Arlinghaus also remains skeptical about how many Free Staters will actually come through on their pledge to move because of the effort required to find new homes and jobs. "To uproot yourself," he said, "you have to quit your job, get a new job and a new house. They’ll have to find jobs. Now, New Hampshire’s going to lead the nation out of this economic downturn, but (still) that’s a lot of job growth."

Though 20,000 activists may not be enough to radically change state politics, Free State Project Vice President Elizabeth McKinstry said the number is enough to help accomplish the group’s goals. "Twenty thousand is not enough to take over New Hampshire but that has never been our goal. What we want to do is open the political dialogue. It’s enough people to say ‘We want to hear some different ideas. We want to try some new things,’" she said.

Dave Corbin, a University of New Hampshire political science instructor, said the Free Staters could accomplish many of their goals even if only a fraction of the proposed 20,000 moved here. Those who are analyzing the potential effects of the group on the basis of numbers alone are not looking at the situation deeply enough, he said.

"Let’s say only 4,000 of them move here. You wouldn’t just say ‘What’s 4,000? That’s only a drop in the electoral bucket.’ That’s not looking at the situation properly," he said

"When you talk about those people who are politically active in New Hampshire, you’re only talking about 5,000 people, those are the people political candidates target. If you have (only) 1,000 people (from the Free State Project) coming here to make a difference, they will," Corbin said.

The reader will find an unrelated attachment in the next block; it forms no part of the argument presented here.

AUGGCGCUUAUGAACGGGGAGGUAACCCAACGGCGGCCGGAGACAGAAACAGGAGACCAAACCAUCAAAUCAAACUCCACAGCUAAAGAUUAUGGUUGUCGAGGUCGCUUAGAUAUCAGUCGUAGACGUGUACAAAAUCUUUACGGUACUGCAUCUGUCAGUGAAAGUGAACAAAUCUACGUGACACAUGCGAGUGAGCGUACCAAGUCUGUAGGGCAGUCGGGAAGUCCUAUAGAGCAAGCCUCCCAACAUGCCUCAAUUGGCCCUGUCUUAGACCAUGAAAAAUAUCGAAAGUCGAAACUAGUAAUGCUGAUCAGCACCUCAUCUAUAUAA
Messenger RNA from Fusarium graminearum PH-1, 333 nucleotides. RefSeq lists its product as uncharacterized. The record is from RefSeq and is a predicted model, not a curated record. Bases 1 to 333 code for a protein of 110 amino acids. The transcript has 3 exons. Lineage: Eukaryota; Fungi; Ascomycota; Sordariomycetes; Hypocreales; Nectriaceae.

Corbin pointed out how important activists are to any political campaign as an index of the influence Free Staters could eventually achieve. Each individual activist represents not just one person, but all the people they will persuade. "Any time you have a campaign and you have an activist, you know you have 20 or 30 times the number of votes as activists," he said.

Activists for any cause tend to replicate themselves, Corbin said. "You have to look at activists exponentially. Every activist has an exponential value, because, as someone who believes in your message, they’re going to go out and multiply it over and over," he said.

Corbin said that these grassroots activists have helped Howard Dean rise to the level of political success he has enjoyed in recent months because they "are on the ground. They are the ones who host coffees and direct people to the Web site to show people what they are really arguing."

In terms of this kind of ground-level activism, Corbin said, the Free Staters could achieve real influence.

"(Even) 4,000 people in a state the size of New Hampshire is a lot of people if they have signed on to a campaign to spread libertarian ideas. They could do a lot. I can’t tell you how many are going to come and what effect they’re going to have when they get here, but I will say that even 1,000 people who are politically motivated and willing to work, can have a great deal of political success," Corbin said.

The greatest challenge to the Free Stater’s success could come from their own philosophy which cherishes individualism and independence, Corbin said. "If they get here and are willing to work for it, they could have a political effect, but if they hide themselves in the woods of Coos and Grafton counties and practice a ‘leave me alone philosophy,’ they’ll be about as politically effective as moose."